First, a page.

It’s not a secret that our society and the foundations that define our values and relations are based on patriarchy. And that is not to say that men are the perpetrators of unbalanced power dynamics or that non-male individuals are victims by default, but that our interactions between one another and the environment are deeply gendered, defined by a complex web of categories, from gender and sex to class and age. Sure, those categories and interactions are established by heterosexuality and male-informed perceptions. But how can we recognise the almost invisible way in which gender is shaping our relationship with the environment?
This is one of the questions that Dr. Catriona Sandilands posed in the episode “Ecofeminism and queer ecology” of The EcoPolitics Podcast, in which she and Dr. Sherilyn McGregor discuss how feminist and queer ecology can provide the tools to look into the intersectional axis of environmental policies, climate change, race and gender. Eco feminism and queer ecology are social and political movements that address the domination and exploitation of nature and non-men as an interlinked consequence of patriarchy. Or better, as a consequence of a dualist belief system that nullifies the pluralism of identities and forms of life — men and women, mankind and nature.
Moreso, the movement makes visible the gender norms that shape how humans experience environmental processes, and it questions the set of assumptions about what counts as legitimate knowledge and whose voice has more authority than others. In unpacking this latter point, Dr. Sandilands refer to the conversations around green policy in many countries such as the U.K., which agenda shows an obsession for green energy, making it seem shallow and simplistic as it often addresses questions such as, ‘How can we power vehicles with cleaner energy?’ when the conversation should gravitate towards acknowledging the virtual codependence between species and nature to survive.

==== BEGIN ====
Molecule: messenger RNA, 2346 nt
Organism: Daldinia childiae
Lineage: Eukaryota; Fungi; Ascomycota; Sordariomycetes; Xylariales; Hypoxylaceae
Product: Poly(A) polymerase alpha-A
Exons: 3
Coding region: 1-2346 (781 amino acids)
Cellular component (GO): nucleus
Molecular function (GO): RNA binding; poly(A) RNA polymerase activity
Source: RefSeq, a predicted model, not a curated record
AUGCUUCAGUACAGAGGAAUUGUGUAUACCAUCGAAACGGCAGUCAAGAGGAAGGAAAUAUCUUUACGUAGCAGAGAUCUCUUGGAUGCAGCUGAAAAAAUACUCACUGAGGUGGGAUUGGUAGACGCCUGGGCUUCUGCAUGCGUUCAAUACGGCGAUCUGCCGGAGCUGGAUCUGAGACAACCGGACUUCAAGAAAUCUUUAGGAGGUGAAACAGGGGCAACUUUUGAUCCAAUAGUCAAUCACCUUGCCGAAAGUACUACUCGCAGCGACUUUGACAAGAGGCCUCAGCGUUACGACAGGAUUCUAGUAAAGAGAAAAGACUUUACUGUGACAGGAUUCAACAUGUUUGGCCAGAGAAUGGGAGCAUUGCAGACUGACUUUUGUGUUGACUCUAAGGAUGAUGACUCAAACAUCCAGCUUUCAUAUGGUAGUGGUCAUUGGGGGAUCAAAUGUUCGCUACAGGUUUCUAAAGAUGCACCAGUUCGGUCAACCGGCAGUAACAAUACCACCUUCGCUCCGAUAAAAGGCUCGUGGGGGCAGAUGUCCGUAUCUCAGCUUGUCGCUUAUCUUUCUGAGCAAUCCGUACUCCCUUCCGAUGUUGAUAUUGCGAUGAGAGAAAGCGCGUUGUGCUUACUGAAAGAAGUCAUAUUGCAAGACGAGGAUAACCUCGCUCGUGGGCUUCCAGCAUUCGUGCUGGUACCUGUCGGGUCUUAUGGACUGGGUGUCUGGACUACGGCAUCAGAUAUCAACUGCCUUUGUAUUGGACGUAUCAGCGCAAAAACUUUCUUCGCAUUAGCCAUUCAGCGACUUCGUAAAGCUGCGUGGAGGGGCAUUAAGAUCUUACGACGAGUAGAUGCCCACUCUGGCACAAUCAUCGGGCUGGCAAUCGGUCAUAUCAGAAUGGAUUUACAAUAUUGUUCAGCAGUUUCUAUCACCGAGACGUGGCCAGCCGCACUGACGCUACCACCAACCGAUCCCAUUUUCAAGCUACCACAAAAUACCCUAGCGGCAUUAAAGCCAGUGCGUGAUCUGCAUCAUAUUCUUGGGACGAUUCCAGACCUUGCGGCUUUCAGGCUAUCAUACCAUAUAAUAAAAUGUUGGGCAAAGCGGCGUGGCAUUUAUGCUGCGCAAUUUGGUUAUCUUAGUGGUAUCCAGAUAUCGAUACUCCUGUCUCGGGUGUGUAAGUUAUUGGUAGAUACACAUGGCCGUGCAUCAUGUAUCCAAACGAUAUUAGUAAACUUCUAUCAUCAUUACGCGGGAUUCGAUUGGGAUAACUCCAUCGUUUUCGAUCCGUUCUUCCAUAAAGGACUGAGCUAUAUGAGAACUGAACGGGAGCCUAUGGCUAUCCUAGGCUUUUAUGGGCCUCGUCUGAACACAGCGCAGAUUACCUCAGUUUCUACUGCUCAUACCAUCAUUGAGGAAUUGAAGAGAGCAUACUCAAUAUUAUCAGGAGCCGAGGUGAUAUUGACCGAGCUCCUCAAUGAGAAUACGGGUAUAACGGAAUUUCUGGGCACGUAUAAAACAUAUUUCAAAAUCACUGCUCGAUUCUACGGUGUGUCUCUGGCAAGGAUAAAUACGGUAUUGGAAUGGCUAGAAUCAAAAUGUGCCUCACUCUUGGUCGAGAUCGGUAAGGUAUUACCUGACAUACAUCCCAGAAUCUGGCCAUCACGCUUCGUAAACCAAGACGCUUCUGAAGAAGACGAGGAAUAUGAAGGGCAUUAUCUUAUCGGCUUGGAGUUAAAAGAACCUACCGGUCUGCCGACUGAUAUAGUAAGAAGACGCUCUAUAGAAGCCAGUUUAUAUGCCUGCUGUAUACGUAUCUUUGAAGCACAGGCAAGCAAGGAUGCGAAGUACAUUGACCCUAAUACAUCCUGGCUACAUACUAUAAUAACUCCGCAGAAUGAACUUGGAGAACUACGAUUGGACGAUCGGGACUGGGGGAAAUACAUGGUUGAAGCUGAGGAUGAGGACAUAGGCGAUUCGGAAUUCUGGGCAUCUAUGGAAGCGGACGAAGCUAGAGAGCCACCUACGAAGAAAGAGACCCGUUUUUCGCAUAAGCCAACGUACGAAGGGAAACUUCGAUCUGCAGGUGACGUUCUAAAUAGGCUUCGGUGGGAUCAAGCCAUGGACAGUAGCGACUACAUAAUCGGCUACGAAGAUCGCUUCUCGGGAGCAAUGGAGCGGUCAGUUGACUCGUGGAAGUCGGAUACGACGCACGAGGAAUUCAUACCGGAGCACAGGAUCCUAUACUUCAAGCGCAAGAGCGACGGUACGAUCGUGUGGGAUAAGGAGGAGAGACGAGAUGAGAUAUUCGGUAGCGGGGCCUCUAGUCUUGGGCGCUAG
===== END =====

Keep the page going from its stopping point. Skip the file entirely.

The most evident example of how our relations are gendered is by looking at the way nature and women are objectified and seen as passive resources to be exploited for economic gain. More specifically, in the way they are seen as ‘nurturing’ — an emotional contribution that is simply taken instead of given — and in capitalist terms — a job that is unacknowledged and un(der)paid. Patriarchy, colonialism and capitalism profit from commodifying and exploiting life, and such power dynamics that perpetuate these injustices on a systematic and individual level are currently being challenged by different movements such as vegetarianism, which questions in similar ways the objectification of animals — which is not to say that eco feminists are vegetarians and vice versa.
How are these conversations taking shape?
According to Dr. Sandilands, little on queer and feminist ecology has been written in the academic world, adding that this may be because feminists focusing on this area are often deemed essentialist and simplistic for dealing mainly with the topic of gender. However, social and art movements are not only bringing this conversation to the forefront but also politicising it. For instance, the work of artists from the ‘70s, supportive of the land art and anti-gallery movements and the idea of leaving the white cube to interact with the landscape, is becoming more and more relevant. A central figure in these conversations is Ana Mendieta, who, by means of carving her body in the earth conveyed the ephemerality of the female body on earth and, likewise, portrayed the way the female body and the landscape are inflicted with violence through exploitative interventions.
Queer ecology along with other movements fighting patriarchy challenges the belief system that supports modern life as they question the very foundations of our life structures. For instance, they suggest that the way of consuming and amassing wealth inside of a family may not be the best way to think about property, family and cooperation. Instead, they unveil the opportunities behind family relationships that include not only biologically related humans.
Eco feminism has been around for at least 40 years. However, the critical theoretical frameworks it offers aren’t yet in use. But the more we question the way the gendered system grounds our experience in the world, the more we can diversify and deepen in the ways we relate with our environment, and thus propose ways to disrupt the prevailing heterosexist discourses on gender and nature.
*Header image: from movie ‘For Adventures of Reinette and Mirabelle’ directed by Éric Rohmer